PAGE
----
The Artist Who Listens
By Jessica Zimmer | Photos by Kristina Varaksina
Photographer Kristina Varaksina uses portraits to tell the stories of extraordinary women as they make their way through life. Her current project, “The Essence of Beauty,” is dedicated to women who have inspiring stories.
“For a year and a half, I’ve been welcoming immigrants, people with disabilities, and individuals from diverse cultural backgrounds into my studio. I’m sharing how these women find their inner strength, love themselves for who they are, and inspire other people,” says Varaksina.
Reaching her goal of 30 portraits has been difficult to achieve during lockdown. It requires carefully casting her subjects. “I am more of a listener than a talker,” she says, “I’ve made progress by giving my subjects space.” A recipient of many awards, including the Portrait of Britain Winner 2020 and the Association of Photographers Open Award 2020, Varaksina holds herself to high standards. She has photographed for many magazines and commercial clients, from Harper’s Bazaar and the BBC to BonobosⓇand Ugg.
Born in Yekaterinburg, Russia, Varaksina earned her bachelor of arts in interior and graphic design there. She remembers the area as industrial, tough, and full of criminal activity. Throughout her youth, in the 1990s, criminally minded “businessmen” fought to privatize former state-owned operations. “As a teenager, you would see cars blowing up on the street,” she says. “I watched people get injured, windows get shattered, even people get shot,”
One way she escaped was with her first camera, a Zenit. Another escape was with English literature, and she read a great deal, from Mary Poppins to from Sherlock Holmes. Later, as she practiced drawing and photography, she became fascinated by English clothing designs and architectural styles.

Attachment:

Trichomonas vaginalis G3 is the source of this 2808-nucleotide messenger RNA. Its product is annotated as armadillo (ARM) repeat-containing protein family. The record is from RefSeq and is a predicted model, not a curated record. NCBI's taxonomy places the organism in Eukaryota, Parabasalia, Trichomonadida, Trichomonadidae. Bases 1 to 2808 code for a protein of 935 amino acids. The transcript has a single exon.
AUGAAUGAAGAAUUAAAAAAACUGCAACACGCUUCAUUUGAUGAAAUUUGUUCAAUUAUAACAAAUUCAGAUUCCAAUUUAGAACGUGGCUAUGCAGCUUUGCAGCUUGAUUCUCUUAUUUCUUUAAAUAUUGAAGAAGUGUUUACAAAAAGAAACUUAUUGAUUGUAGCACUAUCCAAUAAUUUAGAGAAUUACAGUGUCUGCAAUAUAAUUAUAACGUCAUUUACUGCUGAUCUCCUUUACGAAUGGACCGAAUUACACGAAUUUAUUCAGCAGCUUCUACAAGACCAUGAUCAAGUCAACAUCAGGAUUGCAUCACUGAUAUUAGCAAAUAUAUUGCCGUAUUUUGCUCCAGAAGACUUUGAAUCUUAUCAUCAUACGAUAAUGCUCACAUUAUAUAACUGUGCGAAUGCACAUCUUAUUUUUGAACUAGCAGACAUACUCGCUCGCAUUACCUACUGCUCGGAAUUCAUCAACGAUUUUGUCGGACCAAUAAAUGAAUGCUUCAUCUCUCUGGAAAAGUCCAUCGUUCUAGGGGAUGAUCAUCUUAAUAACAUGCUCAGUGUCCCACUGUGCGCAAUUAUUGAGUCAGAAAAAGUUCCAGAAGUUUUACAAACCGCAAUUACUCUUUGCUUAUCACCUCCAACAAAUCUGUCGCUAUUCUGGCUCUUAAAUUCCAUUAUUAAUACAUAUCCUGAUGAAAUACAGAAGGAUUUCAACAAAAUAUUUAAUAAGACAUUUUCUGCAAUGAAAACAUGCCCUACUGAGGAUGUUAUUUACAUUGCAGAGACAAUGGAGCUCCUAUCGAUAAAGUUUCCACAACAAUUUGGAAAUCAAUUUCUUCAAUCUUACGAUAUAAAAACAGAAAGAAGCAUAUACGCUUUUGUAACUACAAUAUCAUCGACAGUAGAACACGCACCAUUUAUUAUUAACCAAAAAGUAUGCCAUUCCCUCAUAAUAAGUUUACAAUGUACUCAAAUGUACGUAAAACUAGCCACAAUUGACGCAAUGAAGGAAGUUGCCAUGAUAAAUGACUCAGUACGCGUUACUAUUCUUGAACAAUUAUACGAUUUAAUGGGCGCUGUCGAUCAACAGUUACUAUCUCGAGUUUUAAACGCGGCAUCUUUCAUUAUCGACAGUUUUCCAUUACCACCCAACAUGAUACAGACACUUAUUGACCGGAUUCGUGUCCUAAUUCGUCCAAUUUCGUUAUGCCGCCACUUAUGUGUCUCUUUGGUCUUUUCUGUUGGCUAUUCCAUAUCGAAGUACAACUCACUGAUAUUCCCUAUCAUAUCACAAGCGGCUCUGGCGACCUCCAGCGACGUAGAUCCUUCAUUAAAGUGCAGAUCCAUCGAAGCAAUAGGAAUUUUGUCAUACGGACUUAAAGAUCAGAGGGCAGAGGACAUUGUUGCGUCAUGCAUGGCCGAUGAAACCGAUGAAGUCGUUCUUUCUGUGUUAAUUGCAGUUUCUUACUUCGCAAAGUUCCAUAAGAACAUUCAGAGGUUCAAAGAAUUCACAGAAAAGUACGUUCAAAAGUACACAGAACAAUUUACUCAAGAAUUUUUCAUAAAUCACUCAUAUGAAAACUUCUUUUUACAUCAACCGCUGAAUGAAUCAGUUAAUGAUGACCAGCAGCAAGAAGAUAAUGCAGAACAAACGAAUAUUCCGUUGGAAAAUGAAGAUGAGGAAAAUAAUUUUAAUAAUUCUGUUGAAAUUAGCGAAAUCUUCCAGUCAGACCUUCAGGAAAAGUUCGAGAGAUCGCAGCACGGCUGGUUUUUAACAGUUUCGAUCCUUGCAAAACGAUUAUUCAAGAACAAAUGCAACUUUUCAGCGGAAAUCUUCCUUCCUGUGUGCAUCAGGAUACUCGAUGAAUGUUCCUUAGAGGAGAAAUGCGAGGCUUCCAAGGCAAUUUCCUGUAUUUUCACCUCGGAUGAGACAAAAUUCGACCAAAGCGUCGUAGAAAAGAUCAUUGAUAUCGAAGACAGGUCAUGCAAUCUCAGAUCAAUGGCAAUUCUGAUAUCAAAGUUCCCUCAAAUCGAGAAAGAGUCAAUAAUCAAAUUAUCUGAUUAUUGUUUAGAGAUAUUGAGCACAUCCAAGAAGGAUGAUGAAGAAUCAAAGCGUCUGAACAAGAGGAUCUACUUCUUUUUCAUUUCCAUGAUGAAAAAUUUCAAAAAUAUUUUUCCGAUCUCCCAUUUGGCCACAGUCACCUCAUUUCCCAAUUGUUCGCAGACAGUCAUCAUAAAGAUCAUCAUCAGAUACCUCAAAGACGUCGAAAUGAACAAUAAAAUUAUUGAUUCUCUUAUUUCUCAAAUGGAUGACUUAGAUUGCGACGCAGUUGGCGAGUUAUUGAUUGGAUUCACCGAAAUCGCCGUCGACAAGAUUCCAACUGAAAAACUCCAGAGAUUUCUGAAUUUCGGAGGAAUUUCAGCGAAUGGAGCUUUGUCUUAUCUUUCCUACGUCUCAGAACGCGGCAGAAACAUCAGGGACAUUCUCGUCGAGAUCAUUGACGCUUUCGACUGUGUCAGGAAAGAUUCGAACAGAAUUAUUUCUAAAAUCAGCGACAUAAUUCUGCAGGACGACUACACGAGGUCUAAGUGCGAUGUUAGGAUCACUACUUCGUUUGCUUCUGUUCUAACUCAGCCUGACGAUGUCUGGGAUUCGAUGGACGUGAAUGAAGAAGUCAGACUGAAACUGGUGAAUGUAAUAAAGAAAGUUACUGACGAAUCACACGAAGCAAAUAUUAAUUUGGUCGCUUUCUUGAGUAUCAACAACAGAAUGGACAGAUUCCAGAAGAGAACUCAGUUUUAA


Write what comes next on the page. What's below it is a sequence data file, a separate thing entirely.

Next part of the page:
Varaksina said that coming to San Francisco in 2020 was an important step for her; it’s where she earned her Master of Fine Arts from the Academy of Art University. When she arrived, she made a decision to dedicate herself to photography. She also met many people who felt free of stereotypes and the pressures of gender roles. “This broadened my perspective. Northern California is where I started to understand what I could discuss,” she says.
The COVID-19 pandemic has given her time to reflect. “Since it began, I’ve started having more time for personal work in addition to commercial and fashion work,” she says. With some portraits, she is as minimalistic as possible. She tries to avoid influencing the viewer’s impression of the subject. In other pieces, she likes juxtaposing warm and cold colors. She also enjoys grouping analogous colors, such as blue, green, and aqua, alongside one complementary color. “I use lipstick or a prop, something that puts in an accent,” she explains. “This creates a focus point. Yet it keeps the color palette in control,”
Her background in graphic design and fashion photography helps her to think conceptually. Playing with visual metaphors adds layers of meaning to a subject. Teaching other artists how to express themselves also helps her clarify her message (she previously taught at the New York Film Academy). She is currently teaching her third private online bootcamp to students from around the world. “It’s fun to find out what you have in common and how you think differently,” she says.
For more information, visit kristinavaraksina.com.